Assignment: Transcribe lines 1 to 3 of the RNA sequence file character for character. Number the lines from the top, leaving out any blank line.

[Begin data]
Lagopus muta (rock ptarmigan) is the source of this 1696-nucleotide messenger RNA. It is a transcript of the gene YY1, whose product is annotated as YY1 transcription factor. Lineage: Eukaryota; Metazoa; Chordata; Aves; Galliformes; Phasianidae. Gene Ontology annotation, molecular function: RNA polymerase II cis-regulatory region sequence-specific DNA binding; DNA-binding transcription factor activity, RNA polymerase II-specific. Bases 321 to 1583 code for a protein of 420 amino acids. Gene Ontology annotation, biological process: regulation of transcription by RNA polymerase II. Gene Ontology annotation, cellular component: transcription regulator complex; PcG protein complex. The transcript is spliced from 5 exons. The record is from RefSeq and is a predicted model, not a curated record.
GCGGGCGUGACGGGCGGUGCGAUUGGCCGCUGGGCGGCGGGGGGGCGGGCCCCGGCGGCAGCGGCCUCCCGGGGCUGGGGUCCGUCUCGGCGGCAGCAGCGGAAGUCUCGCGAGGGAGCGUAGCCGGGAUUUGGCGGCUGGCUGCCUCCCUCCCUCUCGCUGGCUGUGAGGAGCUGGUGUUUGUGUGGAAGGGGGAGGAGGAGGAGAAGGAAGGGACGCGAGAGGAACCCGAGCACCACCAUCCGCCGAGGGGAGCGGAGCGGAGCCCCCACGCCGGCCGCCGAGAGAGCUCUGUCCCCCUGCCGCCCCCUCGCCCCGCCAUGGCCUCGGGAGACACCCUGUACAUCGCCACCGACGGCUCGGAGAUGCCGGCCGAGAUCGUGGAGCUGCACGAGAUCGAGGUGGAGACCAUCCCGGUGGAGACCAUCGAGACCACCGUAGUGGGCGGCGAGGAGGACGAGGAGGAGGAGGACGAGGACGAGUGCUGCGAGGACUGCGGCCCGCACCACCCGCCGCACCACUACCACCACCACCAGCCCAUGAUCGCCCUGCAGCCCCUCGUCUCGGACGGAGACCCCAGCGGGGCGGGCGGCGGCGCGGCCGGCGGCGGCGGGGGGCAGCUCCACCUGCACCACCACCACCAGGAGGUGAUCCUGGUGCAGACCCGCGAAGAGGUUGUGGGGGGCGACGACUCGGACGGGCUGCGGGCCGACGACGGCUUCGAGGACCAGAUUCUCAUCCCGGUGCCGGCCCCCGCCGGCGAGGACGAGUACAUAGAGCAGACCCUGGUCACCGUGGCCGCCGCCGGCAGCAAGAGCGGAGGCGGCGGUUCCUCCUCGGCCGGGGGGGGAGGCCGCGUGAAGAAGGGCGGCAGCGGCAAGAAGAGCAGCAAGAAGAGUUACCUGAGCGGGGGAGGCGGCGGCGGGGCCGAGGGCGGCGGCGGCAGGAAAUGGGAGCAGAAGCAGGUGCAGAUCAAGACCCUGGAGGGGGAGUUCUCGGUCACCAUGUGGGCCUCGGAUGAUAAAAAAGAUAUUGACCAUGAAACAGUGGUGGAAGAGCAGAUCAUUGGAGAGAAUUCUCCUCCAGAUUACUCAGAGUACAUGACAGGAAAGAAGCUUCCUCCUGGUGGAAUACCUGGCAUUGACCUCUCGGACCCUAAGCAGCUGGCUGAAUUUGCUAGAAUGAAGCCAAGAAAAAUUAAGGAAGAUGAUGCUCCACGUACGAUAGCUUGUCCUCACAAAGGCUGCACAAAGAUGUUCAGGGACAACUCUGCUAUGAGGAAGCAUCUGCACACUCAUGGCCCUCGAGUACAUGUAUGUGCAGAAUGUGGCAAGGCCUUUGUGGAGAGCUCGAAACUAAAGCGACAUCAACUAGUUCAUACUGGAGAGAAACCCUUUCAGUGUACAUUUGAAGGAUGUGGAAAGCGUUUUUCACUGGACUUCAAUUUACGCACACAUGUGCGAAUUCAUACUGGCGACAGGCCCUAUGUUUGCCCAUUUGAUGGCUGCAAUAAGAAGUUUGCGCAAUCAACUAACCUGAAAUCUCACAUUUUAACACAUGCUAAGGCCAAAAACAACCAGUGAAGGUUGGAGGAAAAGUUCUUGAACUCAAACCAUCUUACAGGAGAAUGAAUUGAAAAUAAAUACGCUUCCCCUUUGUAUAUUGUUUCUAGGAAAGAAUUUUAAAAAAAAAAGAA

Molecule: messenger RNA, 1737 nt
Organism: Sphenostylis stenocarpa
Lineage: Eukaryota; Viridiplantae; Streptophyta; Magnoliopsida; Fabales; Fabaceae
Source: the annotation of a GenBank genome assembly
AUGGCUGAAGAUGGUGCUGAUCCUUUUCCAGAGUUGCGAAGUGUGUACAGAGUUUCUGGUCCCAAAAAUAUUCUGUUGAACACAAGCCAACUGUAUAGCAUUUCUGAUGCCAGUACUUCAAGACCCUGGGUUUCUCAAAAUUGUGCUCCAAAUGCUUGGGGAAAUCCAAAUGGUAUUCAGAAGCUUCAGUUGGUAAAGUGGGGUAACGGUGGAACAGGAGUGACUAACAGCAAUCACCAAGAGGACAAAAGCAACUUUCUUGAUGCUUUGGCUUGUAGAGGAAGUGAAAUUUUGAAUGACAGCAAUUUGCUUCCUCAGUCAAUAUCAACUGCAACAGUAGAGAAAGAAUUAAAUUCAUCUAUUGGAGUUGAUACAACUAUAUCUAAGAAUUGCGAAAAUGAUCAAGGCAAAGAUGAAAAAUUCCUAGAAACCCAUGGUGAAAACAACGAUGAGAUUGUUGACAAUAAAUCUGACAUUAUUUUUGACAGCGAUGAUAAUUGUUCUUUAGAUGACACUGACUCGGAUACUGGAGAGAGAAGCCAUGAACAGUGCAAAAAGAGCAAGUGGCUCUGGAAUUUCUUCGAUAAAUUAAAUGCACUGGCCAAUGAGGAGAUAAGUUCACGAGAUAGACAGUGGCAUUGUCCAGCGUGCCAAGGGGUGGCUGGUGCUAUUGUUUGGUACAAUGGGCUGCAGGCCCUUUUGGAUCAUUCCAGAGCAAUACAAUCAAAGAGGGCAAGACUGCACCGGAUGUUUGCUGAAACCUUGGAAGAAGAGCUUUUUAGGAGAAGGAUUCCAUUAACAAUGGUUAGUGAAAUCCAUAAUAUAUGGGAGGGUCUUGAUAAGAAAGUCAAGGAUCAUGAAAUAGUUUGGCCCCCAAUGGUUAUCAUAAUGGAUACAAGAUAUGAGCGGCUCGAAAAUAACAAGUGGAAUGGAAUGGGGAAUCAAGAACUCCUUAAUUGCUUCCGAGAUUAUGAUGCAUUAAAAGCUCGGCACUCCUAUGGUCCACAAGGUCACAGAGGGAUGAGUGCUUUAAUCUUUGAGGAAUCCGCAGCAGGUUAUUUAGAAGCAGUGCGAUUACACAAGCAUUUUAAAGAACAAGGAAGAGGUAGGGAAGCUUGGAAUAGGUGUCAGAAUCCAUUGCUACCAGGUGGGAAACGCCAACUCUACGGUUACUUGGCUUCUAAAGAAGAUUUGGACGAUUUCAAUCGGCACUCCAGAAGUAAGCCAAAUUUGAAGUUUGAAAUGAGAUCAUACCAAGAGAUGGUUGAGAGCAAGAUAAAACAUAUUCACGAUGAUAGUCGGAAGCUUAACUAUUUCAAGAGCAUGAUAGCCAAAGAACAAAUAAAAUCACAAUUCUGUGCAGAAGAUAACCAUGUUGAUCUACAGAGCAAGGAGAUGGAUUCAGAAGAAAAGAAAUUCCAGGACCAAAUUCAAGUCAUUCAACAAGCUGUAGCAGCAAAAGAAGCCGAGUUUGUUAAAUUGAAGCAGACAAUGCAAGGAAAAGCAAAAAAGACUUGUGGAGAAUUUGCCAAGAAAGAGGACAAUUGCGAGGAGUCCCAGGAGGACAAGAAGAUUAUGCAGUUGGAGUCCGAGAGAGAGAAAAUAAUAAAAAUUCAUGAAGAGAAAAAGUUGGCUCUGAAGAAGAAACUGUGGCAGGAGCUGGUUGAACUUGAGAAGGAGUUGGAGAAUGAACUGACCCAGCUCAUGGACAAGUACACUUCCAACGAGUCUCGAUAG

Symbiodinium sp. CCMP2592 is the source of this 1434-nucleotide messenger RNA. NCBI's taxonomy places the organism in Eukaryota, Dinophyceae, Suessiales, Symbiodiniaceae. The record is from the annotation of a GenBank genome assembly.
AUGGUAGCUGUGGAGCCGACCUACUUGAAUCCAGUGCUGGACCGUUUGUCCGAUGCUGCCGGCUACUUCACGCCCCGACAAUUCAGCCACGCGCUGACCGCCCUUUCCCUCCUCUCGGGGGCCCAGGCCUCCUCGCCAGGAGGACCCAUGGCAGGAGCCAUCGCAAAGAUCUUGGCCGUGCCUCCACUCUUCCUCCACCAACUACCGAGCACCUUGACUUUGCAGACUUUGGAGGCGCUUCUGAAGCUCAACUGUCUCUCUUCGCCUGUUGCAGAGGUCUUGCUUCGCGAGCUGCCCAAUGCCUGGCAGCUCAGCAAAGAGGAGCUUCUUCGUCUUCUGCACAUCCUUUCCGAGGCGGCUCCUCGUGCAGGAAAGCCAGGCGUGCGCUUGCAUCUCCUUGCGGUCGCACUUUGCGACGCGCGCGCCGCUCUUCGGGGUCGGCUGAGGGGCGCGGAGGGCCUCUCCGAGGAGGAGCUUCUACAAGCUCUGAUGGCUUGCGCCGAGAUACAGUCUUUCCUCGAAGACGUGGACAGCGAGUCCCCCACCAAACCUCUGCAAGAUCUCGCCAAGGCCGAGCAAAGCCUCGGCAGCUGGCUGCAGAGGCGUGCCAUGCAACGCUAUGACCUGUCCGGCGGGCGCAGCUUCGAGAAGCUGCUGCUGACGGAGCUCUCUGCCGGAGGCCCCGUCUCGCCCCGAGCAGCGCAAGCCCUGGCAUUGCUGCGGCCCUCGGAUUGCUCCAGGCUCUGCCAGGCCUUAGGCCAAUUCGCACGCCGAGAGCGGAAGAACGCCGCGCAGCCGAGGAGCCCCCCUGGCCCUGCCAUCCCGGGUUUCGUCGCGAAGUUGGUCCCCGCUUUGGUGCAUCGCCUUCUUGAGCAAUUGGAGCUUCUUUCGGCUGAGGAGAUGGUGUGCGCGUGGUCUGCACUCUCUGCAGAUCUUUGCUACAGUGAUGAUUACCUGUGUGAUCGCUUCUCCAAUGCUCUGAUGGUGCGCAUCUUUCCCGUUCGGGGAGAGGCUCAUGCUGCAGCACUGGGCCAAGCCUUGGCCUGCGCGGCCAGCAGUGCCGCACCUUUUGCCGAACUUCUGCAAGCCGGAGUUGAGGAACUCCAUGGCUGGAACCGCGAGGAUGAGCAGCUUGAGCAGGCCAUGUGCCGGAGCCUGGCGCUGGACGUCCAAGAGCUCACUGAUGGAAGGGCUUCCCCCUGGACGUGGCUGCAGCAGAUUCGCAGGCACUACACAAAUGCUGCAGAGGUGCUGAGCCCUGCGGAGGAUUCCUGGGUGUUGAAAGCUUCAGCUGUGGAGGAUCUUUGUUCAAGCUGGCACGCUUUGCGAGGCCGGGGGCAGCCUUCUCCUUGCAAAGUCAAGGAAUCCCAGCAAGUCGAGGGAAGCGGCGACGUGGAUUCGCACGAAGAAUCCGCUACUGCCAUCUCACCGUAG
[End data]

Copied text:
Lagopus muta (rock ptarmigan) is the source of this 1696-nucleotide messenger RNA. It is a transcript of the gene YY1, whose product is annotated as YY1 transcription factor. Lineage: Eukaryota; Metazoa; Chordata; Aves; Galliformes; Phasianidae. Gene Ontology annotation, molecular function: RNA polymerase II cis-regulatory region sequence-specific DNA binding; DNA-binding transcription factor activity, RNA polymerase II-specific. Bases 321 to 1583 code for a protein of 420 amino acids. Gene Ontology annotation, biological process: regulation of transcription by RNA polymerase II. Gene Ontology annotation, cellular component: transcription regulator complex; PcG protein complex. The transcript is spliced from 5 exons. The record is from RefSeq and is a predicted model, not a curated record.
GCGGGCGUGACGGGCGGUGCGAUUGGCCGCUGGGCGGCGGGGGGGCGGGCCCCGGCGGCAGCGGCCUCCCGGGGCUGGGGUCCGUCUCGGCGGCAGCAGCGGAAGUCUCGCGAGGGAGCGUAGCCGGGAUUUGGCGGCUGGCUGCCUCCCUCCCUCUCGCUGGCUGUGAGGAGCUGGUGUUUGUGUGGAAGGGGGAGGAGGAGGAGAAGGAAGGGACGCGAGAGGAACCCGAGCACCACCAUCCGCCGAGGGGAGCGGAGCGGAGCCCCCACGCCGGCCGCCGAGAGAGCUCUGUCCCCCUGCCGCCCCCUCGCCCCGCCAUGGCCUCGGGAGACACCCUGUACAUCGCCACCGACGGCUCGGAGAUGCCGGCCGAGAUCGUGGAGCUGCACGAGAUCGAGGUGGAGACCAUCCCGGUGGAGACCAUCGAGACCACCGUAGUGGGCGGCGAGGAGGACGAGGAGGAGGAGGACGAGGACGAGUGCUGCGAGGACUGCGGCCCGCACCACCCGCCGCACCACUACCACCACCACCAGCCCAUGAUCGCCCUGCAGCCCCUCGUCUCGGACGGAGACCCCAGCGGGGCGGGCGGCGGCGCGGCCGGCGGCGGCGGGGGGCAGCUCCACCUGCACCACCACCACCAGGAGGUGAUCCUGGUGCAGACCCGCGAAGAGGUUGUGGGGGGCGACGACUCGGACGGGCUGCGGGCCGACGACGGCUUCGAGGACCAGAUUCUCAUCCCGGUGCCGGCCCCCGCCGGCGAGGACGAGUACAUAGAGCAGACCCUGGUCACCGUGGCCGCCGCCGGCAGCAAGAGCGGAGGCGGCGGUUCCUCCUCGGCCGGGGGGGGAGGCCGCGUGAAGAAGGGCGGCAGCGGCAAGAAGAGCAGCAAGAAGAGUUACCUGAGCGGGGGAGGCGGCGGCGGGGCCGAGGGCGGCGGCGGCAGGAAAUGGGAGCAGAAGCAGGUGCAGAUCAAGACCCUGGAGGGGGAGUUCUCGGUCACCAUGUGGGCCUCGGAUGAUAAAAAAGAUAUUGACCAUGAAACAGUGGUGGAAGAGCAGAUCAUUGGAGAGAAUUCUCCUCCAGAUUACUCAGAGUACAUGACAGGAAAGAAGCUUCCUCCUGGUGGAAUACCUGGCAUUGACCUCUCGGACCCUAAGCAGCUGGCUGAAUUUGCUAGAAUGAAGCCAAGAAAAAUUAAGGAAGAUGAUGCUCCACGUACGAUAGCUUGUCCUCACAAAGGCUGCACAAAGAUGUUCAGGGACAACUCUGCUAUGAGGAAGCAUCUGCACACUCAUGGCCCUCGAGUACAUGUAUGUGCAGAAUGUGGCAAGGCCUUUGUGGAGAGCUCGAAACUAAAGCGACAUCAACUAGUUCAUACUGGAGAGAAACCCUUUCAGUGUACAUUUGAAGGAUGUGGAAAGCGUUUUUCACUGGACUUCAAUUUACGCACACAUGUGCGAAUUCAUACUGGCGACAGGCCCUAUGUUUGCCCAUUUGAUGGCUGCAAUAAGAAGUUUGCGCAAUCAACUAACCUGAAAUCUCACAUUUUAACACAUGCUAAGGCCAAAAACAACCAGUGAAGGUUGGAGGAAAAGUUCUUGAACUCAAACCAUCUUACAGGAGAAUGAAUUGAAAAUAAAUACGCUUCCCCUUUGUAUAUUGUUUCUAGGAAAGAAUUUUAAAAAAAAAAGAA

Molecule: messenger RNA, 1737 nt